Interest is calculated as simple daily interest. The outstanding principal balance is multiplied by the interest rate and divided by 365 days to calculate one day’s interest amount. For example, if you have a $10,000 loan and the interest rate is 7%, a day’s interest would equal $1.92. ($10,000 x 0.07) / 365 = $1.92. For more information about interest rates, read our article on Understanding Interest Rates.

If you don’t have an established credit history, applying with a creditworthy cosigner may improve the likelihood for loan approval and may lower the interest rate.

A certified private loan is one in which your school verifies your eligibility for the loan amount you are requesting. This helps you borrow only what you need. Non-certified loans typically have higher borrowing limits and higher interest rates than the certified loans. It’s important to borrow only what you need to avoid paying back the additional amount with interest later. Finally, while the interest on certified private loans is generally tax deductible, interest paid on non-certified private loans is not tax deductible.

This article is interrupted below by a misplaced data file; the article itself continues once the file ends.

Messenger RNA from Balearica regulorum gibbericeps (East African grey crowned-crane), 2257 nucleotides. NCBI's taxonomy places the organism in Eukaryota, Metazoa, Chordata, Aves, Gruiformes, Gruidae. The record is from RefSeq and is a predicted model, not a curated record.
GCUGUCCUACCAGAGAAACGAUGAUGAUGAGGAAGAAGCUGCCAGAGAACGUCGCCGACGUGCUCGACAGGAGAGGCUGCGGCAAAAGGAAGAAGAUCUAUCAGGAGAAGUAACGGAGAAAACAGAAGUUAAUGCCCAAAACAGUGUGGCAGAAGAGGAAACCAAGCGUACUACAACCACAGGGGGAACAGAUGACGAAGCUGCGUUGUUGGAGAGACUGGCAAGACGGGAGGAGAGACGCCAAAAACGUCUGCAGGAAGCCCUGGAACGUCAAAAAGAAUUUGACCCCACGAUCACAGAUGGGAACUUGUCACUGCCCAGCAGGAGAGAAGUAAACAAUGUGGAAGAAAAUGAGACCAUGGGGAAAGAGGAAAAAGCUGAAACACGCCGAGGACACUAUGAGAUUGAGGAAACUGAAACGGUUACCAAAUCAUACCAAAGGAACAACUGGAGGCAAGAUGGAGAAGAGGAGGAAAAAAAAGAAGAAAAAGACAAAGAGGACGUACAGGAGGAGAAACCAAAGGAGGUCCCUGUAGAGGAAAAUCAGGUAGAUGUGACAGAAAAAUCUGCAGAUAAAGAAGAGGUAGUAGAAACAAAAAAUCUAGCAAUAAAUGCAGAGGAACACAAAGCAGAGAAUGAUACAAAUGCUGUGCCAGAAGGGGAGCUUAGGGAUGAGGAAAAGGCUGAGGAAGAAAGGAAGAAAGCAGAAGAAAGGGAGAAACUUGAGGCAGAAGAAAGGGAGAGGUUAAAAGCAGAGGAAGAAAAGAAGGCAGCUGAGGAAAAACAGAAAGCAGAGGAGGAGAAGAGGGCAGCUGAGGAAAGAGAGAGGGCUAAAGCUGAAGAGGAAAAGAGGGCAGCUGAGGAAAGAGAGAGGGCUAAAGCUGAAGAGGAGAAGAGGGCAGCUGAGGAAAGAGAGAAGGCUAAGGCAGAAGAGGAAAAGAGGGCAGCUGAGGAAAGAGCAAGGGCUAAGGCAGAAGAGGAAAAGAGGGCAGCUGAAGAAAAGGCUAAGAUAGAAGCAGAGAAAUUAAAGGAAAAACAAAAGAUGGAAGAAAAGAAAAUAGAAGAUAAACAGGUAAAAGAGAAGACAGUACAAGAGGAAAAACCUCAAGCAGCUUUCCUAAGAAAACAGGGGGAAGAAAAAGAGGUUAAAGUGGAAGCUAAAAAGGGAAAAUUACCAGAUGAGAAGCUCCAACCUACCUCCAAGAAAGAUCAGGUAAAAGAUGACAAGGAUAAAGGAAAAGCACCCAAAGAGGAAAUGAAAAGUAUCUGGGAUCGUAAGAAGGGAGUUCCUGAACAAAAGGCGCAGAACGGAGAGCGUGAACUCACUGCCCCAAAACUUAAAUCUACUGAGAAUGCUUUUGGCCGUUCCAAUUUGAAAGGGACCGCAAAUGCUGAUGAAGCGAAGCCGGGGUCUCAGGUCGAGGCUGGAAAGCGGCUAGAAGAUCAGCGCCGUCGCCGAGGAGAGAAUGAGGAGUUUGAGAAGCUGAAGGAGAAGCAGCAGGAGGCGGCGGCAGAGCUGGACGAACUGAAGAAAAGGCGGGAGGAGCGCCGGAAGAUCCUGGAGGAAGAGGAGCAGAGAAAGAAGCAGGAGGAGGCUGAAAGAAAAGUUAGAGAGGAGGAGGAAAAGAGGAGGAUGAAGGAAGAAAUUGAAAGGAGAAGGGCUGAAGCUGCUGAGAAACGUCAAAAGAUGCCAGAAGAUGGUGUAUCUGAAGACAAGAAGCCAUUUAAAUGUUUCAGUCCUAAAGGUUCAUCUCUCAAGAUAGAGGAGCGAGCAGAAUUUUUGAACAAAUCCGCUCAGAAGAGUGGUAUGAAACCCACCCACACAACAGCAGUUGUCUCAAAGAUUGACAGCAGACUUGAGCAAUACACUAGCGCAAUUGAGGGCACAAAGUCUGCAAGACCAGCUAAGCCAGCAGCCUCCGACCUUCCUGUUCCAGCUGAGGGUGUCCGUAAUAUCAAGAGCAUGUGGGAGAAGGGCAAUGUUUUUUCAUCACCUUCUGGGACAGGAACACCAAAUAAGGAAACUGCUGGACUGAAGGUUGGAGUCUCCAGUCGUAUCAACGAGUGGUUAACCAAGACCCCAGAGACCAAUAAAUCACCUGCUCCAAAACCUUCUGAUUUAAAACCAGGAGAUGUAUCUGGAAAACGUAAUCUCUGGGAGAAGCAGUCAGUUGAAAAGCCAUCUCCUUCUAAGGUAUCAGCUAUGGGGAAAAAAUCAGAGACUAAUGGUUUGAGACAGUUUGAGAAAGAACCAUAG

Federal student loans are originated by the government and feature fixed interest rates. Private student loans are credit-based education loans offered by banks and other lenders and feature fixed or variable interest rates.

No. You should first obtain as much free money as you can from scholarships and grants since they help reduce the overall cost of education. Once you have maximized these options , you will know exactly how much money you still need for school. If you need to borrow, compare federal and private student loans and borrow only what you need.